Despite bluster from Tehran there are reasons for Iranians to be anxious about the future
Iranians have every right to be concerned, opined Gassan Charbel, the editor of the pan-Arab newspaper Al Hayat.
Despite the cohesion of the regime that continues to hold every aspect of life in a tight grip, despite the massive crowds that gather to listen to the Supreme Leader and the waving fists at the mention of the "demon", despite the successive military parades and the fiery statements of the Revolutionary Guard commanders, despite the confirmed power in Baghdad, the unbreakable alliance with Syria and the intense presence at the heart of the government in Lebanon, the Iranians have a lot to fear, suggested the writer.
Iran can certainly celebrate the US quasi-defeat and withdrawal from Iraq. It can allege that, with the help of Syria, it succeeded in disabling US plans in the region. But the fact is that the complete departure of US troops from Iraq would give Washington more leeway to exert additional pressure on Tehran. The withdrawal would certainly shed light on the strong Iranian presence within decision-making circles in Baghdad where a growing anti-Iranian movement can be felt.
"Iranians are entitled to worry since their country failed to convince the world that its nuclear programme doesn't conceal dreams of producing a nuclear bomb that would eventually turn upside down the balance of powers in an economically crucial region.
Furthermore, the production of Iranian weapons of mass destruction would put the GCC states before a difficult choice: either to acquire nuclear power themselves or to join a nuclear umbrella.
In its perpetual conflict with the West, Iran finds itself slipping into an armament race, which, in the long run, surpasses its economic potential. Add to that, its commitments overseas conjure up images of a Soviet Union labouring under the weight of the armament race and aid to allies.
Iranians should fret since their government decided to clash with the Arab Spring movement as it reached Syria. They are well aware of the repercussions to crowds of Syrian protesters burning the flags of Iran and Hizbollah on Iranian-Arab relations, as well as on Sunni-Shiite relations.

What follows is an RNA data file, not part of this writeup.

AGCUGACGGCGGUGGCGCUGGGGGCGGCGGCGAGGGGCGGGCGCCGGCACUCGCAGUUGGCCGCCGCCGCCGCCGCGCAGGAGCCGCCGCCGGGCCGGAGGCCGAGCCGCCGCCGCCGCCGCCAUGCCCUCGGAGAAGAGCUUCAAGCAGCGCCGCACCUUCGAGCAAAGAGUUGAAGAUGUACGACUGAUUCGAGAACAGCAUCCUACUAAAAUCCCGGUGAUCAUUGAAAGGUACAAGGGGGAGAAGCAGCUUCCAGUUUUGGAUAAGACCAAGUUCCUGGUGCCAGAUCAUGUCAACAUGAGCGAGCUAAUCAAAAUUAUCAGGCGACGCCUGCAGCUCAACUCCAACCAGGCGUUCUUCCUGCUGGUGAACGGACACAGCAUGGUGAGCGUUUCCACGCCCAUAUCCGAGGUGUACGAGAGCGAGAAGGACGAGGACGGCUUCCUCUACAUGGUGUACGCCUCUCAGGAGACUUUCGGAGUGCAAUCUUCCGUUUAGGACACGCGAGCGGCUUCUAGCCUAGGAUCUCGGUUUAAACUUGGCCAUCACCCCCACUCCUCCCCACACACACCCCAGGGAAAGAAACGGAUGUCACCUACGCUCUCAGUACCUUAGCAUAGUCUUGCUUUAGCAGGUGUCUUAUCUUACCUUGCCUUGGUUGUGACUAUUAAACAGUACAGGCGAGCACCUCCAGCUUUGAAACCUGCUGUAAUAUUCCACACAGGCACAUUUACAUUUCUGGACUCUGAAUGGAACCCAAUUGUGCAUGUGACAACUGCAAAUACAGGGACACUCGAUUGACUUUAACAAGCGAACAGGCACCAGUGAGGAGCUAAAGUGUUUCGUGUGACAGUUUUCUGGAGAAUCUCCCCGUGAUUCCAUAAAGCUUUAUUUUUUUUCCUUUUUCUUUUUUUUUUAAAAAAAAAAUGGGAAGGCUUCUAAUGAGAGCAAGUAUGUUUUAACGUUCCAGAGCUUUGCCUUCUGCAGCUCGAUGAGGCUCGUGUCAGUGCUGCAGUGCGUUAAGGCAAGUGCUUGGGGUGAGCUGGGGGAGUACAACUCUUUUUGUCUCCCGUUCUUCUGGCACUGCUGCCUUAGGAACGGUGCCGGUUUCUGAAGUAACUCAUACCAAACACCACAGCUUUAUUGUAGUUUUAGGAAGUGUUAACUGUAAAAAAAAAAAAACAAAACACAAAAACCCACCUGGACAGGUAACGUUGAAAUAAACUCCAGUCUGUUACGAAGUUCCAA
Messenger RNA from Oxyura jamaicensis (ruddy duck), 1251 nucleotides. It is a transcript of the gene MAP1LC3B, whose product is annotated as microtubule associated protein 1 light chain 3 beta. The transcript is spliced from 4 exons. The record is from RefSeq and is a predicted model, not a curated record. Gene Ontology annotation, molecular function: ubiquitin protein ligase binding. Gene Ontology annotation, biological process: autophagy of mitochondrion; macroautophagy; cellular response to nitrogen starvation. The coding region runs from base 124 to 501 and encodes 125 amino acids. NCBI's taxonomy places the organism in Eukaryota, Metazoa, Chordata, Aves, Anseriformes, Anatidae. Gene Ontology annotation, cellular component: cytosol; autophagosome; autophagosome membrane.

Iranians are permitted to feel disturbed since their government's attempt to become the political and religious reference of the Arab Shiites has lead to severe tensions with several countries, as it was revealed following the agitation in Bahrain.
In addition to all the above, the writers concluded, the Iranian revolution's refusal to morph into a normal state that focuses on stability and prosperity, and its insistence to constantly clash with international and regional balances, are weighing down the Iranian people and furthering their isolation.
Give Yemen's interim government a chance
The national consensus cabinet that the GCC-backed political settlement generated in Yemen held its first meeting on Sunday, headed by the newly appointed premier Mohammed Salem Basindwa.
"The deal indeed brought some calm to the Yemeni street, but this doesn't mean that Yemen's dangers are behind it," said the editorial of the London-based Al Quds Al Arabi daily.
Mr Basindwa was chosen to lead this cabinet because he is a man of wisdom and expertise. His integrity as well as his moderation gained him the trust of many in Yemen. The fact that he is originally from the southern part of the country helps to appease the people of Yemen who are facing the threat of division.
The Basindwa cabinet, which will oversee the early presidential elections in two months, has heavy burdens to shoulder. During the long months of turbulence, Yemen's economy was brought to a complete halt, adding to a difficult situation.
"Its first priority must be the resuscitation of state institutions and the provision of basic services to the people."
This government, although contested by some, deserves a chance to accomplish its mission in leading this critical transitional phase, especially because it is a national consensus cabinet that aims to preserve the country's unity and guide it into free parliamentary elections in two years.
A sudden change of heart for Iraqi PM
On the eve of his visit to Washington, the Iraqi prime minister Nouri Al Maliki called upon peoples to assume their responsibilities in putting a stop to dictators who tyrannise their own people.
What inspired Mr Al Maliki to address such a call at this time precisely? Asked Tariq Al Homayed, the editor-in-chief of the pan-Arab Asharq Al Awsat.
Up until a few days ago, Mr Al Maliki was warning about the serious repercussions of Bahar Al Assad's fall. He said that the fall of the "tyrant of Damascus" would fuel a sectarian crisis in the region and he expressed concern over the effects that it would have on Syria and Iraq.
Syria, which shares borders with Lebanon, Iraq, Jordan and Turkey can certainly be a source of sectarian trouble, but it is no less so than Iraq itself. With the nearing withdrawal of the US troops, Iraq's future too is in danger since it shares borders with a number of countries, including Iran where the regime is as tyrannical as Mr Al Assad's.
Why the sudden change of heart towards the Syrians from a regime that tried to hinder every Arab effort to stop the bloodshed in Syria? "The answer is simple," said the writer. "It is the prerequisite for Al Maliki's visit to the US … It can only be seen as the price [Al Maliki] had to pay for his ticket to Washington."
* Digest compiled by Racha Makarem